Joep Bor’s The Raga Guide 

51awBJz8A7L._SX272_BO1,204,203,200_As with most people of my generation, I was first exposed to “Indian” music by The Beatles. When George Harrison got interested in Eastern religion, philosophy and music, it started showing up in the group’s songs, starting with the sitar-guitar duet on “Norwegian Wood.”

Other musicians followed suit, and the whole trend came to a head when Harrison had sitar master Ravi Shankar play at the massive benefit, Concert for Bangladesh, which was released as a multiple-record album in 1972. One full side of the set consisted of Shankar and his accompanists performing a raga, after Shankar asked the audience to please not smoke or talk during the performance.

Other than that, and perhaps some playing in the background at one of the handful of Indian restaurants I’ve been to in my life, I know very little about this kind of music.

Well, now I know a little bit more, thanks to this impressive book. Subtitled A Survey of 74 Hindustani Ragas, The Raga Guide is an exhaustive and scholarly work, aimed primarily at musicians and serious students of music. It comes with four CDs, each containing 18 to 20 “condensed” versions of classical ragas. The ragas themselves feature either sarod (a sitar-like stringed instrument), flute, or male or female vocal soloists.

The book begins with a definition of ragas and an explanation of how they are constructed and performed. This is followed by the main section of the book, in which each of the 74 ragas in question is written out in both Western and Indian notation. Next is a series of “plates” or pictures, reproductions of paintings called raginis, which illustrate a classical Hindustani tale, and to which one or more of the ragas is also related.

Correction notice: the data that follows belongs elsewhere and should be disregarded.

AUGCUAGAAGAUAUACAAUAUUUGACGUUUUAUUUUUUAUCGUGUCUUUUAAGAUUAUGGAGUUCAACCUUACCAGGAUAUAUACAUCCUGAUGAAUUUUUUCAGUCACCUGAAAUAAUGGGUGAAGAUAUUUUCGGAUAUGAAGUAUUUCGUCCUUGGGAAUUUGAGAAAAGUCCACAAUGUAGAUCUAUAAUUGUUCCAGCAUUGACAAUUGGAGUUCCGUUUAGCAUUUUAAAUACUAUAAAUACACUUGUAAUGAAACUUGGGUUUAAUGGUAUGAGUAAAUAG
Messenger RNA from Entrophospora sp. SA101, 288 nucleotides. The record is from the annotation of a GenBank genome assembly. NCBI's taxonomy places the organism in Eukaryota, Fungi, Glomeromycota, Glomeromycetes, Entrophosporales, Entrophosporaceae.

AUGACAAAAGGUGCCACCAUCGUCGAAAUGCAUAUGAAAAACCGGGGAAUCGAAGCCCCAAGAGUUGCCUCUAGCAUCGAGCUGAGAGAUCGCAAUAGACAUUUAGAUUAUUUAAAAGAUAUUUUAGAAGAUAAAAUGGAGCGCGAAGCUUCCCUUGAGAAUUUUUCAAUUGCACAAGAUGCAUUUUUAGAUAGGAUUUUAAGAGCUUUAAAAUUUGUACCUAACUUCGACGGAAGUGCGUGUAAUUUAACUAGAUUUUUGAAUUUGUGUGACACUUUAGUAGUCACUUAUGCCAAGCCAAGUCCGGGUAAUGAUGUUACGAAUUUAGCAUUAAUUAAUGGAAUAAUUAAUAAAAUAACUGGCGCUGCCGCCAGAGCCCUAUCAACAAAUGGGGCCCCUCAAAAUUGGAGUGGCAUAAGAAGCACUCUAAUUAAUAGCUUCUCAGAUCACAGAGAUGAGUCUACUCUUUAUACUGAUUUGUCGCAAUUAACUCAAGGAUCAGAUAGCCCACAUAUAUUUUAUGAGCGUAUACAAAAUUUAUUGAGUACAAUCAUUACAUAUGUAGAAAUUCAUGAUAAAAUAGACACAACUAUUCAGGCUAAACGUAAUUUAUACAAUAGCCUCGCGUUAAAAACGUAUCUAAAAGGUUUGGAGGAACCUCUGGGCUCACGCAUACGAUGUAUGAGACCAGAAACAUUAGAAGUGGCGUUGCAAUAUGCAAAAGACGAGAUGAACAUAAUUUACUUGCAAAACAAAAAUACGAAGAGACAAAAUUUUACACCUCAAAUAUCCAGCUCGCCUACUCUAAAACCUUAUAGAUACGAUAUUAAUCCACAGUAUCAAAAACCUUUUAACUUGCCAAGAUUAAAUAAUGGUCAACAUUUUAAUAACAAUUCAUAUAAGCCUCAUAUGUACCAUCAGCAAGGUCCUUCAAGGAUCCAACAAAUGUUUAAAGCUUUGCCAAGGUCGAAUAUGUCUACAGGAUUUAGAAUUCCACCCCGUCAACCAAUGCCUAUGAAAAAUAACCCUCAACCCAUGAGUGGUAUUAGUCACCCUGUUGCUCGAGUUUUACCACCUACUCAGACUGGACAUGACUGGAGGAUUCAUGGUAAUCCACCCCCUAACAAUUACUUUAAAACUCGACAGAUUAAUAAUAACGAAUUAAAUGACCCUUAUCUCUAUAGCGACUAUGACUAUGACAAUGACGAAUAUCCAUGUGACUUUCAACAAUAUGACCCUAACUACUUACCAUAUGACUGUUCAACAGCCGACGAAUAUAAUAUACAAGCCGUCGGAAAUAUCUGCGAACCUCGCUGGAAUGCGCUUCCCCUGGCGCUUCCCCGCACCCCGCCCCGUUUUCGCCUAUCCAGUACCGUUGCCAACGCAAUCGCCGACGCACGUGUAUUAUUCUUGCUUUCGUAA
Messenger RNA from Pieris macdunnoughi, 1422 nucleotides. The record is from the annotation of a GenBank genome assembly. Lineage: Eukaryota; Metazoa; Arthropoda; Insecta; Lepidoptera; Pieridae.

The four CDs are contained in plasticine pockets affixed to the inside of the front and rear covers of the book, which is, conveniently, about two CDs tall.

All ragas have three main sections. In the first (alap), the basic scale is laid out (or at least alluded to) by the main instrument or vocalist, accompanied only by the droning of the stringed tanpura. In a full raga performance, this section can last several minutes and sounds to Western ears like the instruments are being tuned; on this collection, the alap lasts at most about a minute.

Next comes the jod and jhala sections in which the piece’s structure is revealed. The jod is medium-tempo, the jhala is faster. Rhythm is supplied by a tabla, a variable-toned drum.

Classical Indian music uses the same basic eight-tone scale as Western music, but also allows much freer use of the tones (sharps, flats and other microtones) in between the basic notes. As a consequence, the vocal performances can sound whiny to Western ears. The effect is a little less noticeable on the sarod, but the sound remains distinctly foreign.

On the flute, however, the slurring of the scale into sharps, flats and other microtones lends the piece a very jazzy sound, one which sounds much less alien. If I had a newer programmable CD player, I’d probably put all four CDs in and set it to play just the flute pieces, perhaps interspersed with a few of the sarod compositions.

This book and the accompanying CDs are not for popular or casual consumption. The abbreviated ragas are a good idea, as is the use of the colorful related artwork, and an explanation of what ragas are all about. But the text of this book is highly technical, written with professional musicians or upper-level students in mind. The ragas on the CDs are arranged in alphabetical order, rather than in a sequence that makes for an optimal listening experience. The plates are arranged like some older birding guides, with the explanatory text totally separate from the plates themselves, even though there’s plenty of room on the plate pages for the text.

I’d like to see Nimbus (or anybody else, for that matter) put out a one- or two-CD package, with some explanatory text written for non-musicians, and a few pages of art in an accompanying booklet — and probably featuring mostly the instrumental ragas with a light sprinkling of the vocal ones. Such a package would be a good introduction to ragas for the average Western listener who is interested in but intimidated by the music. This book-and-CD collection is not the package for the general public, although I’m sure it’s invaluable for the serious student of the genre.

(Nimbus Records, 1999)

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